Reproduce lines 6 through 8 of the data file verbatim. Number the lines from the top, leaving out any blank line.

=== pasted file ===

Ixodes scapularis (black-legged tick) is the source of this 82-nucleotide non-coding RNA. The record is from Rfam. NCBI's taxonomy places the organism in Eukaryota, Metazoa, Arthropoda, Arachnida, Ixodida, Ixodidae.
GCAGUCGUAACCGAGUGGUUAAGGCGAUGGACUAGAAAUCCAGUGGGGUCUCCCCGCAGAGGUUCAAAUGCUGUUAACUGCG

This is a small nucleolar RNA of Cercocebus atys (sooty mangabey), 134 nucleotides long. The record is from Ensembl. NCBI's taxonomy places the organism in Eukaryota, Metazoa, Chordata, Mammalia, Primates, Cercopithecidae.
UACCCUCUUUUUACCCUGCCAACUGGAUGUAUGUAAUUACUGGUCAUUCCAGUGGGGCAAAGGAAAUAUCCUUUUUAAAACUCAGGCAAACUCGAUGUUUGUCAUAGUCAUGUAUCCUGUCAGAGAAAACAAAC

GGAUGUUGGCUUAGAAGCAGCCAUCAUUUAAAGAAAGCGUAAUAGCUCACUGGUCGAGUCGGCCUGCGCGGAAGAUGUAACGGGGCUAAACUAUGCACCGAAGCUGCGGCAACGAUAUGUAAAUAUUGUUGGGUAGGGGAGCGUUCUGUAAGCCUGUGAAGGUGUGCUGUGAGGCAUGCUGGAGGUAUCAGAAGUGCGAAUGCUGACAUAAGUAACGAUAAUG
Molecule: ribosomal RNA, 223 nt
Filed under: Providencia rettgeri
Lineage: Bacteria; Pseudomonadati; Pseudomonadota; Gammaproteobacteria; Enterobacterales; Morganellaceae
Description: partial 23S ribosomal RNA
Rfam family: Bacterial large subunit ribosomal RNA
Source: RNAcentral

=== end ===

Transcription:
Molecule: ribosomal RNA, 223 nt
Filed under: Providencia rettgeri
Lineage: Bacteria; Pseudomonadati; Pseudomonadota; Gammaproteobacteria; Enterobacterales; Morganellaceae